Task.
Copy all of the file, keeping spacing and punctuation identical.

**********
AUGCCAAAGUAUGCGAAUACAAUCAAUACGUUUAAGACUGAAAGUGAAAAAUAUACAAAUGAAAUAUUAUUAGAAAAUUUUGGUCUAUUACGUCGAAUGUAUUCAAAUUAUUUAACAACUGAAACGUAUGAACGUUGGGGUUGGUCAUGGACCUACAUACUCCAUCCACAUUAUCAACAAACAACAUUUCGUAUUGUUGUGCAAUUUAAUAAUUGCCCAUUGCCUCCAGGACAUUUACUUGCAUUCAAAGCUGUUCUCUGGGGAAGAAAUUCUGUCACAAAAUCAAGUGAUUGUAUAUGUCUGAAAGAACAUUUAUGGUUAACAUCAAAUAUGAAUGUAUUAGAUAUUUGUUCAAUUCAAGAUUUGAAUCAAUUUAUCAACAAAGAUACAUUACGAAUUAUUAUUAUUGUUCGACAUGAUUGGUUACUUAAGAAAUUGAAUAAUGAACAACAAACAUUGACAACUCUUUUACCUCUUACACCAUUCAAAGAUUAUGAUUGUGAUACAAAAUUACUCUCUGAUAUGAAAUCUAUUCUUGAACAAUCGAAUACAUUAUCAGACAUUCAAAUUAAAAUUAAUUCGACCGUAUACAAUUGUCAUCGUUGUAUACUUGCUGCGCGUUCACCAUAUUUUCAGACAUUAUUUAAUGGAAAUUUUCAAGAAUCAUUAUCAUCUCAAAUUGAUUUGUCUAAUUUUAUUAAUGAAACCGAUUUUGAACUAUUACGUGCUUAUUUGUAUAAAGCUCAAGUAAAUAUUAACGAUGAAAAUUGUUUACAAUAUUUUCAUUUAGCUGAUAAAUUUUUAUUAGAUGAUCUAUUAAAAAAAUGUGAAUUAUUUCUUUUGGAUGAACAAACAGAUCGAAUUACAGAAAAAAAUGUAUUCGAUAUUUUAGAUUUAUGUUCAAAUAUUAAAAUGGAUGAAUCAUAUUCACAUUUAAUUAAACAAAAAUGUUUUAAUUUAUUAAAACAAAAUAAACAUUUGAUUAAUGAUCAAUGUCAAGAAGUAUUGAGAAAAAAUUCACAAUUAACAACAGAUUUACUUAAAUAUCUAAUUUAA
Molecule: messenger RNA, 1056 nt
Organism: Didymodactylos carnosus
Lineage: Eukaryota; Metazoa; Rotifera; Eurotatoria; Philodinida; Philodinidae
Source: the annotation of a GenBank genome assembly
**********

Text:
AUGCCAAAGUAUGCGAAUACAAUCAAUACGUUUAAGACUGAAAGUGAAAAAUAUACAAAUGAAAUAUUAUUAGAAAAUUUUGGUCUAUUACGUCGAAUGUAUUCAAAUUAUUUAACAACUGAAACGUAUGAACGUUGGGGUUGGUCAUGGACCUACAUACUCCAUCCACAUUAUCAACAAACAACAUUUCGUAUUGUUGUGCAAUUUAAUAAUUGCCCAUUGCCUCCAGGACAUUUACUUGCAUUCAAAGCUGUUCUCUGGGGAAGAAAUUCUGUCACAAAAUCAAGUGAUUGUAUAUGUCUGAAAGAACAUUUAUGGUUAACAUCAAAUAUGAAUGUAUUAGAUAUUUGUUCAAUUCAAGAUUUGAAUCAAUUUAUCAACAAAGAUACAUUACGAAUUAUUAUUAUUGUUCGACAUGAUUGGUUACUUAAGAAAUUGAAUAAUGAACAACAAACAUUGACAACUCUUUUACCUCUUACACCAUUCAAAGAUUAUGAUUGUGAUACAAAAUUACUCUCUGAUAUGAAAUCUAUUCUUGAACAAUCGAAUACAUUAUCAGACAUUCAAAUUAAAAUUAAUUCGACCGUAUACAAUUGUCAUCGUUGUAUACUUGCUGCGCGUUCACCAUAUUUUCAGACAUUAUUUAAUGGAAAUUUUCAAGAAUCAUUAUCAUCUCAAAUUGAUUUGUCUAAUUUUAUUAAUGAAACCGAUUUUGAACUAUUACGUGCUUAUUUGUAUAAAGCUCAAGUAAAUAUUAACGAUGAAAAUUGUUUACAAUAUUUUCAUUUAGCUGAUAAAUUUUUAUUAGAUGAUCUAUUAAAAAAAUGUGAAUUAUUUCUUUUGGAUGAACAAACAGAUCGAAUUACAGAAAAAAAUGUAUUCGAUAUUUUAGAUUUAUGUUCAAAUAUUAAAAUGGAUGAAUCAUAUUCACAUUUAAUUAAACAAAAAUGUUUUAAUUUAUUAAAACAAAAUAAACAUUUGAUUAAUGAUCAAUGUCAAGAAGUAUUGAGAAAAAAUUCACAAUUAACAACAGAUUUACUUAAAUAUCUAAUUUAA
Molecule: messenger RNA, 1056 nt
Organism: Didymodactylos carnosus
Lineage: Eukaryota; Metazoa; Rotifera; Eurotatoria; Philodinida; Philodinidae
Source: the annotation of a GenBank genome assembly